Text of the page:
On Tales (A Self-Referencial Passage in “The Tale of Genji”)

“I have been very rude to speak so ill to you of tales! They record what has gone on ever since the Age of the Gods. The Chronicles of Japan and so on give only a part of the story. It is tales that contain the truly rewarding particulars!” he laughed. “Not that tales accurately describe any particular person; rather, the telling begins when all those things the teller longs to have pass on to future generations– whatever there is about the way people live their lives, for better or worse, that is a sight to see or a wonder to hear– overflow the teller’s heart. To put someone in a good light one brings out the good only, and to please other people one favors the oddly wicked, but none of this, good or bad, is removed from life as we know it. Tales are not told the same way in the other realm, and even in our own the old and new ways are of course not the same; but although one may distinguish between the deep and the shallow, it is wrong always to dismiss what one finds in tales as false. There is talk of ‘expedient means‘ also in the teaching that the Buddha in his great goodness left us, and many passages of the scriptures are all too likely to seem inconsistent and so to raise doubts in the minds of those who lack understanding, but in the end they have only a single message, and the gap between enlightenment and the passions is, after all, no wider than the gap that in tales sets off the good from the bad. To put it nicely, there is nothing that does not have its own value.” He mounted a very fine defense of tales.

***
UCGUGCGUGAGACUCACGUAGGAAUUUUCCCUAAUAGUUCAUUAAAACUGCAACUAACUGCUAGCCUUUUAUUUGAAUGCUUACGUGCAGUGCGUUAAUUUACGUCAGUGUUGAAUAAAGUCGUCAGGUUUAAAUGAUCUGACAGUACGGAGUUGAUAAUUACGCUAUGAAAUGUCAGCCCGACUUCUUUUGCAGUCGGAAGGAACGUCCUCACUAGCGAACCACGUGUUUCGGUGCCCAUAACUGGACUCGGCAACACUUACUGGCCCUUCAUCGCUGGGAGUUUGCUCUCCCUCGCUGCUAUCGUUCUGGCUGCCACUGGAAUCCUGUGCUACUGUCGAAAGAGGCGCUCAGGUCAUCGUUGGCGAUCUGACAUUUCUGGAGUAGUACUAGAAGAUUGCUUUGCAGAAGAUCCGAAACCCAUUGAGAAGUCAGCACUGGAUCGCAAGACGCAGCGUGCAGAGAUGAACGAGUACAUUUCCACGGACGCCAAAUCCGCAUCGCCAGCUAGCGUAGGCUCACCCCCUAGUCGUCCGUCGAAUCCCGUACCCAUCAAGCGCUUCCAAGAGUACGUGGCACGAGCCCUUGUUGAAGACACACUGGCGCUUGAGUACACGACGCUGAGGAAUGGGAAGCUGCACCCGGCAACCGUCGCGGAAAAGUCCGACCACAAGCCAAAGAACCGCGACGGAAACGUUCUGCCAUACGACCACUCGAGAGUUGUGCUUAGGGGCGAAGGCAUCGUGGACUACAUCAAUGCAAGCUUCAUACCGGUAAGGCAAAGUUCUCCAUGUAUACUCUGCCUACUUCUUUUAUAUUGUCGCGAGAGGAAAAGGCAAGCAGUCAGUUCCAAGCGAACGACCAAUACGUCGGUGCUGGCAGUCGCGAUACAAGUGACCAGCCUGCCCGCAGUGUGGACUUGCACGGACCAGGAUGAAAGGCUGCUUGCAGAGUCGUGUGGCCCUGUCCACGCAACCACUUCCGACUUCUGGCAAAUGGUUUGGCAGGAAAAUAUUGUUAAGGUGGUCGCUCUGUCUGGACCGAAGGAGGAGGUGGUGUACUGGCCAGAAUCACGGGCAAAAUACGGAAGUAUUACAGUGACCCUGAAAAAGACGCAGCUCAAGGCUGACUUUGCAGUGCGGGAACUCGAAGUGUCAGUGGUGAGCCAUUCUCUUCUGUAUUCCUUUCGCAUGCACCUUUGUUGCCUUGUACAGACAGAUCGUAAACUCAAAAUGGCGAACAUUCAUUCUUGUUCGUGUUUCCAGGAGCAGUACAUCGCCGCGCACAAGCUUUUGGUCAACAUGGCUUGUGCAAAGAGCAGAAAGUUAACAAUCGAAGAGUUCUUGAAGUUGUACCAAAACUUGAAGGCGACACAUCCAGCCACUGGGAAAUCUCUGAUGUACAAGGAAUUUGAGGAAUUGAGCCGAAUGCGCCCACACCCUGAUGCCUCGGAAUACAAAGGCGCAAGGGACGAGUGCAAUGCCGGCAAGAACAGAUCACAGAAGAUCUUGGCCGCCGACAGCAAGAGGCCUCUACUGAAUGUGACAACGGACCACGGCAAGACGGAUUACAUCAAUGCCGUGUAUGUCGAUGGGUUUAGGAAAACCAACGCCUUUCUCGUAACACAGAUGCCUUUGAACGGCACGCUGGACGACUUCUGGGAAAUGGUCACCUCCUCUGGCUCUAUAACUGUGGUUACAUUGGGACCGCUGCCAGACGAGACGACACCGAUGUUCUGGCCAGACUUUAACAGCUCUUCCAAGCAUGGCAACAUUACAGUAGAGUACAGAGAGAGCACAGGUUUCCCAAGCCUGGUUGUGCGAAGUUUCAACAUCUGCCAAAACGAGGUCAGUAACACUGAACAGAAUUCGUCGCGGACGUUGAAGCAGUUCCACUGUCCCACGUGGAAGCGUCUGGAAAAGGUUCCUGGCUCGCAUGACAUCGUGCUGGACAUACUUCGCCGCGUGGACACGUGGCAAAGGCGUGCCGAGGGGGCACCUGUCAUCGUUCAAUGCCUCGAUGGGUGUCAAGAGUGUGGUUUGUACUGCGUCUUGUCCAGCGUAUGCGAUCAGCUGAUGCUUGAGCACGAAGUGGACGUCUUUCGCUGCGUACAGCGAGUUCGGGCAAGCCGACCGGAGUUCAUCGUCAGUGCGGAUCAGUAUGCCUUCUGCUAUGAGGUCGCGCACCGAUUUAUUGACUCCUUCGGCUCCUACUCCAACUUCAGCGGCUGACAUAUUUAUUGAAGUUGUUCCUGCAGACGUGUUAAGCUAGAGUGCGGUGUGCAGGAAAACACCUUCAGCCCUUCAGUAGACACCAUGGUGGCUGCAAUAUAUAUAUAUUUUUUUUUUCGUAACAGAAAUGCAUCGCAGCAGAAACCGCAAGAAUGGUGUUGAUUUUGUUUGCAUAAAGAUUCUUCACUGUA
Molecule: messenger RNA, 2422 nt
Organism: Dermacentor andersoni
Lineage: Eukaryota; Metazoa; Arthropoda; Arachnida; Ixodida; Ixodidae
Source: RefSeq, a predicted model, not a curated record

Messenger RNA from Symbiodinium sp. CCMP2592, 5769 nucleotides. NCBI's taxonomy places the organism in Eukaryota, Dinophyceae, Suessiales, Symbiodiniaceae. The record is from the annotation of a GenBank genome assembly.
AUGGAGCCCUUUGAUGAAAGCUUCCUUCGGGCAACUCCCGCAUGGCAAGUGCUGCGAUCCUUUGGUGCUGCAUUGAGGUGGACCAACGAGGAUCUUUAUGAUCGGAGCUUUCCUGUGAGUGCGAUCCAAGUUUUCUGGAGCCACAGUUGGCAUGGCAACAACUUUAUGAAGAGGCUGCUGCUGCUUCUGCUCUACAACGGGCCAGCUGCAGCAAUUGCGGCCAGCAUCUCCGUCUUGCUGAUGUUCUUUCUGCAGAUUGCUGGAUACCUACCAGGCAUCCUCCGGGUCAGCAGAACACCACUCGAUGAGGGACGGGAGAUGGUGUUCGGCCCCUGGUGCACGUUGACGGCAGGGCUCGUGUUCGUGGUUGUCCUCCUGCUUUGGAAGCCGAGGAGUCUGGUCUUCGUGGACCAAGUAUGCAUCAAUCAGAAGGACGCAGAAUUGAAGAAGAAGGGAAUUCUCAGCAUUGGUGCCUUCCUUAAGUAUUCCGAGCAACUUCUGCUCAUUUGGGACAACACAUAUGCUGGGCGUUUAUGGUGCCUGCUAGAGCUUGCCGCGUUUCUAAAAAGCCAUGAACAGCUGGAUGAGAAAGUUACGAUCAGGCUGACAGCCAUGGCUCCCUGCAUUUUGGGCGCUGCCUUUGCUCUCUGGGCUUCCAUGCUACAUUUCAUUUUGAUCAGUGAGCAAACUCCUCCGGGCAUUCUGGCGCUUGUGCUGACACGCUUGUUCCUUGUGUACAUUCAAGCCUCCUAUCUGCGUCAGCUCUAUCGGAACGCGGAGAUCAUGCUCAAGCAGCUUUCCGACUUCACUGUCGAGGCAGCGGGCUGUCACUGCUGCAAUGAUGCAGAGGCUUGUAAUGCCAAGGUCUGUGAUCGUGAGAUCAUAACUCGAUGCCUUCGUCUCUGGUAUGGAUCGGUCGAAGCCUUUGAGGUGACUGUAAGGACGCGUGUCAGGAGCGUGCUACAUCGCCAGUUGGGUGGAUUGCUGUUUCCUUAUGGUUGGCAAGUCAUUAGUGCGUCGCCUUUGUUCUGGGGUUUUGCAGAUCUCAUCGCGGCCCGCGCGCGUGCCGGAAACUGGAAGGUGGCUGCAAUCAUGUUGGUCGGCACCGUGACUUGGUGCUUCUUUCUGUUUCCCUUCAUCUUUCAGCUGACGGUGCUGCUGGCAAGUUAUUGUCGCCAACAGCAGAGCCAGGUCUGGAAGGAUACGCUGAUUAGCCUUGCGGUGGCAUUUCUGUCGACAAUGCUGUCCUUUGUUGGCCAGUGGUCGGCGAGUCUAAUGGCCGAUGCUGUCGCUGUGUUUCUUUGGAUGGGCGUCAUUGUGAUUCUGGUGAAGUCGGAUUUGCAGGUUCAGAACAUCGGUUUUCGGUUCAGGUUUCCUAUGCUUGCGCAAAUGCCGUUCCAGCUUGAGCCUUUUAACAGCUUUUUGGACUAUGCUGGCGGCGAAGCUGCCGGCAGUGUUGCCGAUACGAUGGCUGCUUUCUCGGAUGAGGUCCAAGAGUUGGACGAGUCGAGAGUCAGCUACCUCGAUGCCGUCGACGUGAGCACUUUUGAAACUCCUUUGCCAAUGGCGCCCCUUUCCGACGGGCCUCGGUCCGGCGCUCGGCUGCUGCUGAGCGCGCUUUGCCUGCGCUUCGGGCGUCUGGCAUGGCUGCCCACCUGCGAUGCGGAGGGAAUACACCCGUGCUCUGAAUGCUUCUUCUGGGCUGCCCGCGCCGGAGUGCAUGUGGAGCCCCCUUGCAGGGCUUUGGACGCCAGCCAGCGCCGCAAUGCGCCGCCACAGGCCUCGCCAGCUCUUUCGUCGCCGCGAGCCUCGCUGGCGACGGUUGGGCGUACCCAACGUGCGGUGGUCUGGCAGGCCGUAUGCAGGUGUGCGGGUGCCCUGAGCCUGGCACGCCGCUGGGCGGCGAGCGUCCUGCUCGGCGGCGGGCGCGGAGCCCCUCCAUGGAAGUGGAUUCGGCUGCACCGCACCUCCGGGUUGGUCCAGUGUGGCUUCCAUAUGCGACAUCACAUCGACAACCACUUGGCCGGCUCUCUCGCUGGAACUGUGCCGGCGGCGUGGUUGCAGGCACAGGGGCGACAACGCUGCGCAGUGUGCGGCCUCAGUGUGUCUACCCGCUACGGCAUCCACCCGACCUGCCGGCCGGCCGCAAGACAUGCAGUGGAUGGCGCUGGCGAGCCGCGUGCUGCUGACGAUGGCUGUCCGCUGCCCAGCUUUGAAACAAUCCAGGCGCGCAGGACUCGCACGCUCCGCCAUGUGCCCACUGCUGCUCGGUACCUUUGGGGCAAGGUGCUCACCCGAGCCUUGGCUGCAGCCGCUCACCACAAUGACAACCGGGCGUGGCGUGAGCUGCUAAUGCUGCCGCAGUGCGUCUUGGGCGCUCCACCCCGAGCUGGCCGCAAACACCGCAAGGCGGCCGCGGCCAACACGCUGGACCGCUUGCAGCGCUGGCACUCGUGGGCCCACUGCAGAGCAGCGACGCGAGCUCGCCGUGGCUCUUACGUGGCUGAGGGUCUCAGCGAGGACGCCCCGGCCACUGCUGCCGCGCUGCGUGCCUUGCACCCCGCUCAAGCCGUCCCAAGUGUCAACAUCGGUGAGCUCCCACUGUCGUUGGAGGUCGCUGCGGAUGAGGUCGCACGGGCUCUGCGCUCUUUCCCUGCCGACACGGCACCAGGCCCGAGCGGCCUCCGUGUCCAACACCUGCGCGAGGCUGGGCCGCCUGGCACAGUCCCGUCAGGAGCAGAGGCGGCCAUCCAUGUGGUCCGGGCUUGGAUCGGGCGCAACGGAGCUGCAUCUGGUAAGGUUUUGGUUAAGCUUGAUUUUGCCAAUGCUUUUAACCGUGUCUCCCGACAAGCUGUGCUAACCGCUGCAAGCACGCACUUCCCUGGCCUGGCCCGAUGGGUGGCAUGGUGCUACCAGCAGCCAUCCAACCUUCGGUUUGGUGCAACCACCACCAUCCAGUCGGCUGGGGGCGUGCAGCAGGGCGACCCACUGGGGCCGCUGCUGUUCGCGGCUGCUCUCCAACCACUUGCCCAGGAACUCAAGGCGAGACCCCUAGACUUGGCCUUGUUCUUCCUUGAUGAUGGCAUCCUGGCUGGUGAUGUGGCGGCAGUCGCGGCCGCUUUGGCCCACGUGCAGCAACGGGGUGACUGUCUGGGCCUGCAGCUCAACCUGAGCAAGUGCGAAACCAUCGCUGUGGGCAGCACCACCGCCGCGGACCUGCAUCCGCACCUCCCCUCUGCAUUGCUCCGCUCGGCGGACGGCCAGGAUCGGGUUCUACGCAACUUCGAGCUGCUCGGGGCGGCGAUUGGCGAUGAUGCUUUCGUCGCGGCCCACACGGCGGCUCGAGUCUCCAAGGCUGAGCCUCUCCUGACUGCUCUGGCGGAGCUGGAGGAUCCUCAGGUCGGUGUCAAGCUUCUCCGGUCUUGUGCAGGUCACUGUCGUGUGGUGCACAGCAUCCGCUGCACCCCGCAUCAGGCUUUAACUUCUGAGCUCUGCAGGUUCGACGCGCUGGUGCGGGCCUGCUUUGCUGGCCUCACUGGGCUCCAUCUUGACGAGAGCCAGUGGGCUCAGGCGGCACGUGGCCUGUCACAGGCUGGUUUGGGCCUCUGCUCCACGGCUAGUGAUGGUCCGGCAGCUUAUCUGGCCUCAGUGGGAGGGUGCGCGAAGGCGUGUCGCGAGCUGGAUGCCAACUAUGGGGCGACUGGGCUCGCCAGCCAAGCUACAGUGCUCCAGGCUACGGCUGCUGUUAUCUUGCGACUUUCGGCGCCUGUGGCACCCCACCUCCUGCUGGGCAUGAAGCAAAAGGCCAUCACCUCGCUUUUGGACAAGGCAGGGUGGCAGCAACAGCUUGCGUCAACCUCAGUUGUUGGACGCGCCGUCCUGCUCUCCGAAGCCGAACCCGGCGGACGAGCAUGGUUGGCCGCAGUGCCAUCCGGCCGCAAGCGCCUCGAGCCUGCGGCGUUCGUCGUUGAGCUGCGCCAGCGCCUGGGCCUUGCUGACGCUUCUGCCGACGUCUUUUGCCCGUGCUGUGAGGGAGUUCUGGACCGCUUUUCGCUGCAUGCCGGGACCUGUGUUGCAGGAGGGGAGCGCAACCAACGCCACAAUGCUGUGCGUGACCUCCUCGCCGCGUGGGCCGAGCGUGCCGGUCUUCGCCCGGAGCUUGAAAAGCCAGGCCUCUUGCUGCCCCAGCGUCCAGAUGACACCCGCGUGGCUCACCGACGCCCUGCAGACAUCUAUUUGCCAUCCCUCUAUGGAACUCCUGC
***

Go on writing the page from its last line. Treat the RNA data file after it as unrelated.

Excerpt from the Royall Tyler translation of The Tale of Genji”, a “novel” composed on scrolls in the 10th century, by a woman whose true name is now lost to history. This book seems to take forever to read…..

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